“You sinners are, and such a share,
As sinners may expect,
Such you shall have; for I do save None but my own elect”. . . .
Children had to learn all this and’ besides that they ought to learn a trade. But the chief thing was: the knowledge of God. In fact Parker says, “The Catechisms were considered the most important part of the Primers” (Page 77).
Thus it went on for some years’. But, as one might expect, there came a violent re-action to their “narrow and bigoted view of education”. Part of this re-action was wholesome since education had to be more than a course in theology; part of it was unwholesome, because men began to shift the purpose and aim of education away from the Creator to the creature. Instead of the Creator being and remaining the center of all things, men began to put the creature in the center. Education gradually moved away from the theocentric to the anthropocentric. Men began to worship the creature more than the Creator Who is blessed forever; not God but man became the chief end, not the heavenly but the earthy, not the wisdom of God, but the wisdom of man became the propelling factor.
Especially in the early part of the eighteenth century there flowed into this country two streams of error. One of these was the wicked philosophy of such men as Rosseau, Voltaire, Locke and others who called themselves champions of the French Enlightenment. Rosseau in his then famous book, “Emile” wrote saying that his “Emile will know nothing . . . of God” that is when his dream-child would be fifteen years old Emile would still be ignorant of God (History of Education, Seely, page 251). Their motto was “Man is by nature good” or again, “man shall govern himself’ (Lock’s thesis). Their principle in short was that self-enjoyment was the highest good and education had to help them to reach it. The “Back to nature”, war-cry of the French Revolution, actually became the basis of a new system of education. The Word of God was dethroned and the goddess of Reason was enthroned. The creature above the Creator. This type of education found its ways to the shores of this country and became partly a model for the American system of Public Education.
The other stream of error which found its way down the slopes of the early American school history was the Prussian Centralization. Under the influence of Rosseau a certain Basedow commenced a system of education in Germany which did two things: (1) It made a public system of education that would be non-sectarian, and (2) it brought all education under the control of a National Council of Education. The State began to control and dictate education. That is what is meant by Prussian Centralization. Everything became centralized around the State. And, as Parker says, “The Prussian schools (volksschulen) served as a model for the American systems” (page 224). Secularization was achieved, so they thought, without eliminating religion entirely, for the German schools did not want to go to the limit of the French revolutionists. They would still leave room for religion. There would be Bible stories. Christ might be discussed, at least as to His “character” and He might be held before the children as the “ideal man”. But doctrines and creeds were eliminated so as to make the instruction public, acceptable to infidel and believer alike. This was the model of Public School education. Such men as Froebel, Horace Mann and Pestalozzi dashed from Europe to America, crying “Eureka, eureka” this was what America needed.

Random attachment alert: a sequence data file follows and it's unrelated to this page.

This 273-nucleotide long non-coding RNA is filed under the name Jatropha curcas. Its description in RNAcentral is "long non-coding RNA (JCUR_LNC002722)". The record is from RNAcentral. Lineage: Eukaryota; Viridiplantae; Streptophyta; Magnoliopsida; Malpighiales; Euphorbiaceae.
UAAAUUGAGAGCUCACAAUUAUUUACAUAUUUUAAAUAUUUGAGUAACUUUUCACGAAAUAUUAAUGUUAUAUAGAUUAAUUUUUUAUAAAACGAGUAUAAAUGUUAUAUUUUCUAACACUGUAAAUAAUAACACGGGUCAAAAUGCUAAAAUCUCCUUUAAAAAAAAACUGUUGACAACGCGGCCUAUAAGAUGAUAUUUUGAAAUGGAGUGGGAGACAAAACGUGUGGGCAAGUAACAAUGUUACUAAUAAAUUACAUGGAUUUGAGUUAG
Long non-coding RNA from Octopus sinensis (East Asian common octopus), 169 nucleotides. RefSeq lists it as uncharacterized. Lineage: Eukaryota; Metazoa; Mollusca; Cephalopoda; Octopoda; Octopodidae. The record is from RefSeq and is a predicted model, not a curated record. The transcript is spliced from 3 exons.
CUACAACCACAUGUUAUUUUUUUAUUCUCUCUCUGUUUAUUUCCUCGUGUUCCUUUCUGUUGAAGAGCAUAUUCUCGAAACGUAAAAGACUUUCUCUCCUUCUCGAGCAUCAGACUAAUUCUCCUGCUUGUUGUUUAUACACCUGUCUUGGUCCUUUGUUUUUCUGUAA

That was the Public School system.
In 1842 there was adopted this resolution, “No portion of the School funds shall be given to any school in which any religious sectarian doctrines or tenet shall be taught, inculcated or practiced”. And in 1847 it was Mr. Hodge who in America raised his voice and said, “The whole tendency of the instruction on this Plan (Pub. Sch. System) is not neutral but anti-religious” (Year Book, Chr. Schools, 1936, p. 66).
If there were any Puritans left, it was evident that in the public schools of America their children could no longer receive an instruction which was God-centered.
And it was that corrupted type of education which the Pioneers of the 1840-1850 era found when they arrived on these shores. But we shall treat that in another article.